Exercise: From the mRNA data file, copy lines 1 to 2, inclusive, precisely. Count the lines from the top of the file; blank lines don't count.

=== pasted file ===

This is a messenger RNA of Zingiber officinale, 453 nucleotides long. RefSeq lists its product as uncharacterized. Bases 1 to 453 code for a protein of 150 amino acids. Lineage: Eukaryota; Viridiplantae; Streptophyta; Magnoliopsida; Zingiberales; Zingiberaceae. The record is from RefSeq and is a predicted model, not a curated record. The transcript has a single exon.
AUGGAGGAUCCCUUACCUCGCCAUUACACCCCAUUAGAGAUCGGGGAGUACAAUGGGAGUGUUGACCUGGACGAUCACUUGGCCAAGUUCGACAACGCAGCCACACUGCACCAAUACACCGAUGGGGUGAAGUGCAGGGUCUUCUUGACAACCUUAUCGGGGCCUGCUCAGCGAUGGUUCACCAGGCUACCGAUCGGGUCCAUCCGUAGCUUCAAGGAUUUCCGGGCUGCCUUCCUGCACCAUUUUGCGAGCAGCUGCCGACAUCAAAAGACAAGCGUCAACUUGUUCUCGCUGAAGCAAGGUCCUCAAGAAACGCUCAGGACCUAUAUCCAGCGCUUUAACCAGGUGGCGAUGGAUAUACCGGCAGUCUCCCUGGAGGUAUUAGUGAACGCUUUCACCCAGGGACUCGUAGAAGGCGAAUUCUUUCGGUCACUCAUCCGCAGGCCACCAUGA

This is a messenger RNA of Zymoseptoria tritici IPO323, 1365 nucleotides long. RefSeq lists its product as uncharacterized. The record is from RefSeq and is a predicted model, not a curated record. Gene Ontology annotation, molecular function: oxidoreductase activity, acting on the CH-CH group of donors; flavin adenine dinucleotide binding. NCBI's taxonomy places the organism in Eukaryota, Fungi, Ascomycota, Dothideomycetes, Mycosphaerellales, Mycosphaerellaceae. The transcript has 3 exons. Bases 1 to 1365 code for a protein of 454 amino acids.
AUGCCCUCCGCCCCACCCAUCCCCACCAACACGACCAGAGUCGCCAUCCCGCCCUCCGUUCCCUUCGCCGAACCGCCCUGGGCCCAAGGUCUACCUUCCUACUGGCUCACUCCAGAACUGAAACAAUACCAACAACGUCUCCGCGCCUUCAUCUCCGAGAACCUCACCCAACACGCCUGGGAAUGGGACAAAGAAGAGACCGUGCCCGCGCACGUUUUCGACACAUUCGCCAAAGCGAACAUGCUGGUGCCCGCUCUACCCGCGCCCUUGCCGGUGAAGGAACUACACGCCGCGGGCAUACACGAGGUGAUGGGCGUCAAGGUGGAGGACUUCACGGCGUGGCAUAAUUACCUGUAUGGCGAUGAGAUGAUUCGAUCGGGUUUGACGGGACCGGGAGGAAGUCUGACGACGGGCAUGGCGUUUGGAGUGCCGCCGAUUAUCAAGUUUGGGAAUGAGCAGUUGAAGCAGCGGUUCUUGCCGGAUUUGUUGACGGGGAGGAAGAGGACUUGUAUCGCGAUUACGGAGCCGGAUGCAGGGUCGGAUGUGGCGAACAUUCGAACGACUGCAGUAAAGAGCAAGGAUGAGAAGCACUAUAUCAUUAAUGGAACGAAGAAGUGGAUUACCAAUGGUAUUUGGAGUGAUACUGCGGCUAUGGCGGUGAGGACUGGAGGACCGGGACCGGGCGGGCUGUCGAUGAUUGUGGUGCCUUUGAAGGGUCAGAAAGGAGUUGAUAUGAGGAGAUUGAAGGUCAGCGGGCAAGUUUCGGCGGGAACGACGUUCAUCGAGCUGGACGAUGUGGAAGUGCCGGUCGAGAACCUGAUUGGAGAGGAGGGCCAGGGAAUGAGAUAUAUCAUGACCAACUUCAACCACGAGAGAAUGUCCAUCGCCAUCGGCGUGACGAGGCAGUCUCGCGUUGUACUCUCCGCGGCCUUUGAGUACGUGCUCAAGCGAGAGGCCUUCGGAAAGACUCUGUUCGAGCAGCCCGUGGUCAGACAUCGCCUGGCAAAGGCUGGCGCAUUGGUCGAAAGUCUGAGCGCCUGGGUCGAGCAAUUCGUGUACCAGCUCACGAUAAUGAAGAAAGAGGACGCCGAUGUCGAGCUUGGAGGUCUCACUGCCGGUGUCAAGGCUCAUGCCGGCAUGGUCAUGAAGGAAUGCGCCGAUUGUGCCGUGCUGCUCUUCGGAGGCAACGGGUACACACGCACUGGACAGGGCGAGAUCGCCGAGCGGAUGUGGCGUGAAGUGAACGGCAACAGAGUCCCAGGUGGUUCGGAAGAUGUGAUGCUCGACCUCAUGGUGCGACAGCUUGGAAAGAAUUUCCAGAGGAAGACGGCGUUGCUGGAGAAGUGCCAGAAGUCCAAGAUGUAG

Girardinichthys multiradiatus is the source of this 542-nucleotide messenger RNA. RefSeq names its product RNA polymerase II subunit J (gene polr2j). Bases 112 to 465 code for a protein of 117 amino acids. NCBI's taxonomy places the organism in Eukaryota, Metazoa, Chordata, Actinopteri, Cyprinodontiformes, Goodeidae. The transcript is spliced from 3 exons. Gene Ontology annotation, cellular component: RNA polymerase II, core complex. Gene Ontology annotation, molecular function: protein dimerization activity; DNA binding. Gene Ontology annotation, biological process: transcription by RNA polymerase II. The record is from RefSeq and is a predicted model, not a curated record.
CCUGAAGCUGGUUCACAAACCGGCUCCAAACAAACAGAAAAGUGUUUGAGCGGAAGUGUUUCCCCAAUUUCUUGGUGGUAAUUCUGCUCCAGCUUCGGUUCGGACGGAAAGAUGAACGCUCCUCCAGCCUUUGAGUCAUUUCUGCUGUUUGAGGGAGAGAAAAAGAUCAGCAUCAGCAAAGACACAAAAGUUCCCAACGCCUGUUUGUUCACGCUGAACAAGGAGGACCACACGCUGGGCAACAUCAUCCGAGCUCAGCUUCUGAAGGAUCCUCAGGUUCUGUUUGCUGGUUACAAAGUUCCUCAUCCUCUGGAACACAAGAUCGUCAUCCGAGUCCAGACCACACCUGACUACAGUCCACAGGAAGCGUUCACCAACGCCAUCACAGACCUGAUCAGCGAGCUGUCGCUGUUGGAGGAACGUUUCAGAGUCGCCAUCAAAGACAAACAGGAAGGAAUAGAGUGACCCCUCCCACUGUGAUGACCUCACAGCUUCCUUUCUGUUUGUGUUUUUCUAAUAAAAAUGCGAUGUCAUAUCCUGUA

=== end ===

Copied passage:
This is a messenger RNA of Zingiber officinale, 453 nucleotides long. RefSeq lists its product as uncharacterized. Bases 1 to 453 code for a protein of 150 amino acids. Lineage: Eukaryota; Viridiplantae; Streptophyta; Magnoliopsida; Zingiberales; Zingiberaceae. The record is from RefSeq and is a predicted model, not a curated record. The transcript has a single exon.
AUGGAGGAUCCCUUACCUCGCCAUUACACCCCAUUAGAGAUCGGGGAGUACAAUGGGAGUGUUGACCUGGACGAUCACUUGGCCAAGUUCGACAACGCAGCCACACUGCACCAAUACACCGAUGGGGUGAAGUGCAGGGUCUUCUUGACAACCUUAUCGGGGCCUGCUCAGCGAUGGUUCACCAGGCUACCGAUCGGGUCCAUCCGUAGCUUCAAGGAUUUCCGGGCUGCCUUCCUGCACCAUUUUGCGAGCAGCUGCCGACAUCAAAAGACAAGCGUCAACUUGUUCUCGCUGAAGCAAGGUCCUCAAGAAACGCUCAGGACCUAUAUCCAGCGCUUUAACCAGGUGGCGAUGGAUAUACCGGCAGUCUCCCUGGAGGUAUUAGUGAACGCUUUCACCCAGGGACUCGUAGAAGGCGAAUUCUUUCGGUCACUCAUCCGCAGGCCACCAUGA